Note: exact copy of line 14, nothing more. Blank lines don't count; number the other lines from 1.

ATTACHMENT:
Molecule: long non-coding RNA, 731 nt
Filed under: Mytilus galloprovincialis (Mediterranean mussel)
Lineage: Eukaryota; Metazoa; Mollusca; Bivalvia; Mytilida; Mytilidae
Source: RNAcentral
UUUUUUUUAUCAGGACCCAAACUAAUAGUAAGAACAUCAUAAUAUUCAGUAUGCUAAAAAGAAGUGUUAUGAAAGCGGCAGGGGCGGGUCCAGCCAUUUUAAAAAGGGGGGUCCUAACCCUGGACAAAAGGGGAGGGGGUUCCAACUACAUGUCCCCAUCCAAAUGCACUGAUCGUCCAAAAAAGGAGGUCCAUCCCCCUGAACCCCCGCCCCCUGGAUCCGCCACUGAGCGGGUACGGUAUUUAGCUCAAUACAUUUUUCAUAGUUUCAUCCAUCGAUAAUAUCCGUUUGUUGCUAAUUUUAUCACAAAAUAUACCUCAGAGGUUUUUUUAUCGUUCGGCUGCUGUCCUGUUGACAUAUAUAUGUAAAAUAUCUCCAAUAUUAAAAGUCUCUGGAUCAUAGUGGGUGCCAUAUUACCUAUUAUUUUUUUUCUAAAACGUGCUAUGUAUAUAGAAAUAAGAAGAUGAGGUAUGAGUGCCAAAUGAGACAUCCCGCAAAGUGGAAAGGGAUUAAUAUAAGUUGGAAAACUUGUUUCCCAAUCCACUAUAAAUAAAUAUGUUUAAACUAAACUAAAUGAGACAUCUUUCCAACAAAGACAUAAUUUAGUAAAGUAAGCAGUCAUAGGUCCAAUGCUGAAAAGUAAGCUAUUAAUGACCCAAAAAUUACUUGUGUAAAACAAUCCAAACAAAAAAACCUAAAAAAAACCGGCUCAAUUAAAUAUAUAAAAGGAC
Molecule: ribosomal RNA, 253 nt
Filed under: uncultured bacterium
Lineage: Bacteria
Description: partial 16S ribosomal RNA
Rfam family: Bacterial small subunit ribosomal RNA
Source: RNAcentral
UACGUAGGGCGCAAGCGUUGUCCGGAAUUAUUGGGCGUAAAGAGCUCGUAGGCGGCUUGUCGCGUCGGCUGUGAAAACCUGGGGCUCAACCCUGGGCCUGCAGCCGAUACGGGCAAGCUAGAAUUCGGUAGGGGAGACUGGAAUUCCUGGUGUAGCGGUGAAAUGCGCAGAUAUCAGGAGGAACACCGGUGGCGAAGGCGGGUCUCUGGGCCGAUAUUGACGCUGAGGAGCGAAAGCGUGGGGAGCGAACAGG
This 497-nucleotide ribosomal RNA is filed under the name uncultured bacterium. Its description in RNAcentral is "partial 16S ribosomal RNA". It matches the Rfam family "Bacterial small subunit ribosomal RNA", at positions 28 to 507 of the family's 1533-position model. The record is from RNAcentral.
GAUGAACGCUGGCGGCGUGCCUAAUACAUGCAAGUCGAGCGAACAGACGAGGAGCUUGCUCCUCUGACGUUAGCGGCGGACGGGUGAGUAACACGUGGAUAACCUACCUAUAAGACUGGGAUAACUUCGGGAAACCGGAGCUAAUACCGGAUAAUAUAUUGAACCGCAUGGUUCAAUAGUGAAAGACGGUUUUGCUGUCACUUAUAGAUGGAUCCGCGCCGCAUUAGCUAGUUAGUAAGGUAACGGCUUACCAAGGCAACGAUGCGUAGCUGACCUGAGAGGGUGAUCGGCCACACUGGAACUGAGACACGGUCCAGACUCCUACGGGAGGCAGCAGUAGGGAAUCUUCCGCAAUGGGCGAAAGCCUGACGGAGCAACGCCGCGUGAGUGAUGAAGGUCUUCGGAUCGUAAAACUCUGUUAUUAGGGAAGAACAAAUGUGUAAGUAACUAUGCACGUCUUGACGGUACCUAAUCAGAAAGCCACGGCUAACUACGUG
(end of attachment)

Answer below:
GAUGAACGCUGGCGGCGUGCCUAAUACAUGCAAGUCGAGCGAACAGACGAGGAGCUUGCUCCUCUGACGUUAGCGGCGGACGGGUGAGUAACACGUGGAUAACCUACCUAUAAGACUGGGAUAACUUCGGGAAACCGGAGCUAAUACCGGAUAAUAUAUUGAACCGCAUGGUUCAAUAGUGAAAGACGGUUUUGCUGUCACUUAUAGAUGGAUCCGCGCCGCAUUAGCUAGUUAGUAAGGUAACGGCUUACCAAGGCAACGAUGCGUAGCUGACCUGAGAGGGUGAUCGGCCACACUGGAACUGAGACACGGUCCAGACUCCUACGGGAGGCAGCAGUAGGGAAUCUUCCGCAAUGGGCGAAAGCCUGACGGAGCAACGCCGCGUGAGUGAUGAAGGUCUUCGGAUCGUAAAACUCUGUUAUUAGGGAAGAACAAAUGUGUAAGUAACUAUGCACGUCUUGACGGUACCUAAUCAGAAAGCCACGGCUAACUACGUG